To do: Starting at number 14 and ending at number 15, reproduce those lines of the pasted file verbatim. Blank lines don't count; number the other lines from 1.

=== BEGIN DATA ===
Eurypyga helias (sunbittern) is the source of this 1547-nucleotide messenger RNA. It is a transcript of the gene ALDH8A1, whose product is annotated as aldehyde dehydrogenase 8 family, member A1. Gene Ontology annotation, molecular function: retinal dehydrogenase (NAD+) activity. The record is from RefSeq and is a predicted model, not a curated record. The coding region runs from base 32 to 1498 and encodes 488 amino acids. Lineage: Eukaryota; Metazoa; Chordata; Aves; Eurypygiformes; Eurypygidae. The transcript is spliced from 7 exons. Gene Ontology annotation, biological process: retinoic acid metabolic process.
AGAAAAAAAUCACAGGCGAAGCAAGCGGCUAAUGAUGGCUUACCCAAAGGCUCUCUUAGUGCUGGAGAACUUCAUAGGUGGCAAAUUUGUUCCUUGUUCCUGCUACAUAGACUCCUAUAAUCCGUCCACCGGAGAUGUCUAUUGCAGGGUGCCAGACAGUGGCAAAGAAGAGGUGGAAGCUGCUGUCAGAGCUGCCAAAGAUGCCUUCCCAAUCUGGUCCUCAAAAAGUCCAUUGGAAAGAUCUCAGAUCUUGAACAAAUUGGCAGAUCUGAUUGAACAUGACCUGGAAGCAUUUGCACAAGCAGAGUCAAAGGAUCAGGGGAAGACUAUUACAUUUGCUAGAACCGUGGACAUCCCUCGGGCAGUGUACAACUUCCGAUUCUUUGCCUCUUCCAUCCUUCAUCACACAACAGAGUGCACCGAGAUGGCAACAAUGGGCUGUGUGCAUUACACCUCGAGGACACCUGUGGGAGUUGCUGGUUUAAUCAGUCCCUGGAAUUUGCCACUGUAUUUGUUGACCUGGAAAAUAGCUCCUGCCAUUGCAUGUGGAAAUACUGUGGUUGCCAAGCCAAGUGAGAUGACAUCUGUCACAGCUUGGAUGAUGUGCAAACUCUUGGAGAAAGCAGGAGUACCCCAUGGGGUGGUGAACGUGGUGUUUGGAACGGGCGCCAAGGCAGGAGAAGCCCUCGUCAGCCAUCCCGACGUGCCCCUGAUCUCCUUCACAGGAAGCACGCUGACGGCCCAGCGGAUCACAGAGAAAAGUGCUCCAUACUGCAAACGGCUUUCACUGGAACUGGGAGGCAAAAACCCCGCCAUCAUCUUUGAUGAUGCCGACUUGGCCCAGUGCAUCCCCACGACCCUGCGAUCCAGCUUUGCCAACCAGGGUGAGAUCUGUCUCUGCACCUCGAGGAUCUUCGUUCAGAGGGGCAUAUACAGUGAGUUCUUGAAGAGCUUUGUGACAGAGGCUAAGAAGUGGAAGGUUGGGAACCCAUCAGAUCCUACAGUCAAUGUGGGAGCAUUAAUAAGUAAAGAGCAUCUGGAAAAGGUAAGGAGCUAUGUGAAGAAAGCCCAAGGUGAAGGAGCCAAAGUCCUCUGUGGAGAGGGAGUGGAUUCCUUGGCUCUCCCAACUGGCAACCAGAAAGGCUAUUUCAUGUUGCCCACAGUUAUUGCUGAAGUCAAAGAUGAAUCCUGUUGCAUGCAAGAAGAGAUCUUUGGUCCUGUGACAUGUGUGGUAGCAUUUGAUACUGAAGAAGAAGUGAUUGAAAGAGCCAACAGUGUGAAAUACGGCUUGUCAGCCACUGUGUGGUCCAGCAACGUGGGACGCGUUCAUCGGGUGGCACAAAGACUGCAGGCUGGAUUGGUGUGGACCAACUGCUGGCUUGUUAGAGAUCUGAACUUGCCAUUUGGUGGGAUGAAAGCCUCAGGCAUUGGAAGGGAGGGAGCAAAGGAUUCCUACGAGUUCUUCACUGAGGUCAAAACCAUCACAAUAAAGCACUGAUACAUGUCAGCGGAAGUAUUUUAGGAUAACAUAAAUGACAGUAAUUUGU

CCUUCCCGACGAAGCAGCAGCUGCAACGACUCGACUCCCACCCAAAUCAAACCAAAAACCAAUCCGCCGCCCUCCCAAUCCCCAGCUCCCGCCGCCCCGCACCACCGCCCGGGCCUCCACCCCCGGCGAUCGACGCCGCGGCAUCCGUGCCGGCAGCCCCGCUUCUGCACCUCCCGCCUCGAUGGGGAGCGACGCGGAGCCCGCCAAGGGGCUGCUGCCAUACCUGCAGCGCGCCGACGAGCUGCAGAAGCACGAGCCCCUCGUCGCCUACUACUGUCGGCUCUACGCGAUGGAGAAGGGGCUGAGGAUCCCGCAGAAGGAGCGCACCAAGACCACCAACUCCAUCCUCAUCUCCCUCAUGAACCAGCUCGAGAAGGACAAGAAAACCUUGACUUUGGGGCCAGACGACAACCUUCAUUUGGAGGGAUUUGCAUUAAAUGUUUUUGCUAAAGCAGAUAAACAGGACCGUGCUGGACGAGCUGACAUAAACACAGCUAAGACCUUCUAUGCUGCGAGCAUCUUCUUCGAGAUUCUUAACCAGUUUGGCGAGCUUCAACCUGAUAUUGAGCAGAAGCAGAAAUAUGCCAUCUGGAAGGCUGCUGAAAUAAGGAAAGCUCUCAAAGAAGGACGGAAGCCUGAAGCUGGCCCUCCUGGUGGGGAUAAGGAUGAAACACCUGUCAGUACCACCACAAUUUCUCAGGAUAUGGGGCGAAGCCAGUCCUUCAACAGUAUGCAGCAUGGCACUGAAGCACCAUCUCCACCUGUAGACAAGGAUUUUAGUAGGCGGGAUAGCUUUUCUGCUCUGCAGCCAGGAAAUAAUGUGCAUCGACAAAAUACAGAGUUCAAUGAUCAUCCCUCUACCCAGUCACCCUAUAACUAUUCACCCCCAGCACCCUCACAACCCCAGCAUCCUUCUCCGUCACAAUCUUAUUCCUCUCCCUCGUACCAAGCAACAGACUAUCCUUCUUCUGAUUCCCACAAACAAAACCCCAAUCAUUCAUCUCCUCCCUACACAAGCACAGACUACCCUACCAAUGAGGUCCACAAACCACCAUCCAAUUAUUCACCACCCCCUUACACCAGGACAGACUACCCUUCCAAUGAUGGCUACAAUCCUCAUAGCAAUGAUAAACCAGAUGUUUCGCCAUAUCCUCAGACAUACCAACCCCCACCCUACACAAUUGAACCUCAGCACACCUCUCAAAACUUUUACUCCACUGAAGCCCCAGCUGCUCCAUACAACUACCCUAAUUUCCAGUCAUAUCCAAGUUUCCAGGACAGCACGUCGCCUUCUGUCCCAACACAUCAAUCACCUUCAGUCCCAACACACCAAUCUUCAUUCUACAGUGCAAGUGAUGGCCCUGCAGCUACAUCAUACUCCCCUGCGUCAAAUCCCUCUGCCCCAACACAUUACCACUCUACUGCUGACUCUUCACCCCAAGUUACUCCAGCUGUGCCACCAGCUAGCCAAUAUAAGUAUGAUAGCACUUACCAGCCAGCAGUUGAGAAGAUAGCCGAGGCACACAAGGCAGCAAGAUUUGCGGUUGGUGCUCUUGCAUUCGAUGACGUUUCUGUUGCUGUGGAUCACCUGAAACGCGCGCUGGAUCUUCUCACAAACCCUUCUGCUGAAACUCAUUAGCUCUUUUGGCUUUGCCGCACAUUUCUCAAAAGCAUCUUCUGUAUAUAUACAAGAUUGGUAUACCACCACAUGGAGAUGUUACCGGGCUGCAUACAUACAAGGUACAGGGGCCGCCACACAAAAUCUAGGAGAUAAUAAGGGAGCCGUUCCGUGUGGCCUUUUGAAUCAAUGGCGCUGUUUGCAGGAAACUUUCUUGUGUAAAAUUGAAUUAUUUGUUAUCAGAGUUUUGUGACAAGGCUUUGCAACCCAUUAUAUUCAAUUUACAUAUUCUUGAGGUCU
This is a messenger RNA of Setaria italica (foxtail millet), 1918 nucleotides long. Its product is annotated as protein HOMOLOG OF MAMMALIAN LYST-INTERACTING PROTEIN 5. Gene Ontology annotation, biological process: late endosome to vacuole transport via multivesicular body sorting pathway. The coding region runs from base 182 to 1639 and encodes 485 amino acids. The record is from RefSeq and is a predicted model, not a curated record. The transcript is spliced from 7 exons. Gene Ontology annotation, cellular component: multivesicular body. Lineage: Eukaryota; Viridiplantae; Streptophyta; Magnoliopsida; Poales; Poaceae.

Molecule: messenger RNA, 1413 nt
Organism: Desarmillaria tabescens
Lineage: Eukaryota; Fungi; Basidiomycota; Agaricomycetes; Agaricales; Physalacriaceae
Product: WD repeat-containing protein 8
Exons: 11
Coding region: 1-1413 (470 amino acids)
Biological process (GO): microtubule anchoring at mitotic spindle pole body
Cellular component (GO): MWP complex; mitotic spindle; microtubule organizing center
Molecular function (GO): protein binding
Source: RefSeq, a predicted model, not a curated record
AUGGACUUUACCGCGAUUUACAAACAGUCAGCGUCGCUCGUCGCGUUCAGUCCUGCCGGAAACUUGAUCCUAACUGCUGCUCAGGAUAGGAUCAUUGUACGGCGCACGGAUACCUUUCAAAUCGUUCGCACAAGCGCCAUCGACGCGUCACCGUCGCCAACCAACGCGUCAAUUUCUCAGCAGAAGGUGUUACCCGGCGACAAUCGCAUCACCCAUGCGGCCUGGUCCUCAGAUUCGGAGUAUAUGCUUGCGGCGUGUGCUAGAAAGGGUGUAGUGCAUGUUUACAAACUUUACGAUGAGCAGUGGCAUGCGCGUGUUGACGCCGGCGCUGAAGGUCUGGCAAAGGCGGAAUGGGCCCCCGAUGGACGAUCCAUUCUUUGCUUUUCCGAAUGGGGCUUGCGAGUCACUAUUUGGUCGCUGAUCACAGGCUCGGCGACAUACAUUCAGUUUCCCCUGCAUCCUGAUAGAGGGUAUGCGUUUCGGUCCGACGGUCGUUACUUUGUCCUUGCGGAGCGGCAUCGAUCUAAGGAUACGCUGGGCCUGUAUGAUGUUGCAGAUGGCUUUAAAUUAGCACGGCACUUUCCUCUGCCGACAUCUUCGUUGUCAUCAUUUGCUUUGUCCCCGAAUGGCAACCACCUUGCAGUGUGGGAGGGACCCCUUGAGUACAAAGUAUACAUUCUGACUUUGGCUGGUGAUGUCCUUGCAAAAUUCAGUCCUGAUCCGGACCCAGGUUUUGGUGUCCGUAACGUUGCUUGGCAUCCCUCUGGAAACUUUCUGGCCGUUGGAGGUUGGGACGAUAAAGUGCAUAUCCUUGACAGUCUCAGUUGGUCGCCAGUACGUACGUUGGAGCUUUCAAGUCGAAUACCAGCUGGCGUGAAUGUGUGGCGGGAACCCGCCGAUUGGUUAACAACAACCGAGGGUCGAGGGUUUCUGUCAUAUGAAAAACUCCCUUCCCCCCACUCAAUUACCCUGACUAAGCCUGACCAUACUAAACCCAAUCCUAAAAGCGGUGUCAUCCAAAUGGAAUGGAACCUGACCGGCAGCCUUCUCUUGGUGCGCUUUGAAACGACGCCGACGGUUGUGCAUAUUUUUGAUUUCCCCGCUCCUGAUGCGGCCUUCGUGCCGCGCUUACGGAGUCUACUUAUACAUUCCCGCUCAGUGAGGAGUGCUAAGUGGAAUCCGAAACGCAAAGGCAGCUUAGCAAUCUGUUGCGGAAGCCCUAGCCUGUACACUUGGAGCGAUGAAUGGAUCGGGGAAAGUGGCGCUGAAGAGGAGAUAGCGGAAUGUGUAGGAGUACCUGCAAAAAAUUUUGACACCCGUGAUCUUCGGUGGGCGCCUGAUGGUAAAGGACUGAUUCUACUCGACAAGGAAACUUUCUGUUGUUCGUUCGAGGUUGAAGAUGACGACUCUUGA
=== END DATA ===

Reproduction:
Source: RefSeq, a predicted model, not a curated record
AUGGACUUUACCGCGAUUUACAAACAGUCAGCGUCGCUCGUCGCGUUCAGUCCUGCCGGAAACUUGAUCCUAACUGCUGCUCAGGAUAGGAUCAUUGUACGGCGCACGGAUACCUUUCAAAUCGUUCGCACAAGCGCCAUCGACGCGUCACCGUCGCCAACCAACGCGUCAAUUUCUCAGCAGAAGGUGUUACCCGGCGACAAUCGCAUCACCCAUGCGGCCUGGUCCUCAGAUUCGGAGUAUAUGCUUGCGGCGUGUGCUAGAAAGGGUGUAGUGCAUGUUUACAAACUUUACGAUGAGCAGUGGCAUGCGCGUGUUGACGCCGGCGCUGAAGGUCUGGCAAAGGCGGAAUGGGCCCCCGAUGGACGAUCCAUUCUUUGCUUUUCCGAAUGGGGCUUGCGAGUCACUAUUUGGUCGCUGAUCACAGGCUCGGCGACAUACAUUCAGUUUCCCCUGCAUCCUGAUAGAGGGUAUGCGUUUCGGUCCGACGGUCGUUACUUUGUCCUUGCGGAGCGGCAUCGAUCUAAGGAUACGCUGGGCCUGUAUGAUGUUGCAGAUGGCUUUAAAUUAGCACGGCACUUUCCUCUGCCGACAUCUUCGUUGUCAUCAUUUGCUUUGUCCCCGAAUGGCAACCACCUUGCAGUGUGGGAGGGACCCCUUGAGUACAAAGUAUACAUUCUGACUUUGGCUGGUGAUGUCCUUGCAAAAUUCAGUCCUGAUCCGGACCCAGGUUUUGGUGUCCGUAACGUUGCUUGGCAUCCCUCUGGAAACUUUCUGGCCGUUGGAGGUUGGGACGAUAAAGUGCAUAUCCUUGACAGUCUCAGUUGGUCGCCAGUACGUACGUUGGAGCUUUCAAGUCGAAUACCAGCUGGCGUGAAUGUGUGGCGGGAACCCGCCGAUUGGUUAACAACAACCGAGGGUCGAGGGUUUCUGUCAUAUGAAAAACUCCCUUCCCCCCACUCAAUUACCCUGACUAAGCCUGACCAUACUAAACCCAAUCCUAAAAGCGGUGUCAUCCAAAUGGAAUGGAACCUGACCGGCAGCCUUCUCUUGGUGCGCUUUGAAACGACGCCGACGGUUGUGCAUAUUUUUGAUUUCCCCGCUCCUGAUGCGGCCUUCGUGCCGCGCUUACGGAGUCUACUUAUACAUUCCCGCUCAGUGAGGAGUGCUAAGUGGAAUCCGAAACGCAAAGGCAGCUUAGCAAUCUGUUGCGGAAGCCCUAGCCUGUACACUUGGAGCGAUGAAUGGAUCGGGGAAAGUGGCGCUGAAGAGGAGAUAGCGGAAUGUGUAGGAGUACCUGCAAAAAAUUUUGACACCCGUGAUCUUCGGUGGGCGCCUGAUGGUAAAGGACUGAUUCUACUCGACAAGGAAACUUUCUGUUGUUCGUUCGAGGUUGAAGAUGACGACUCUUGA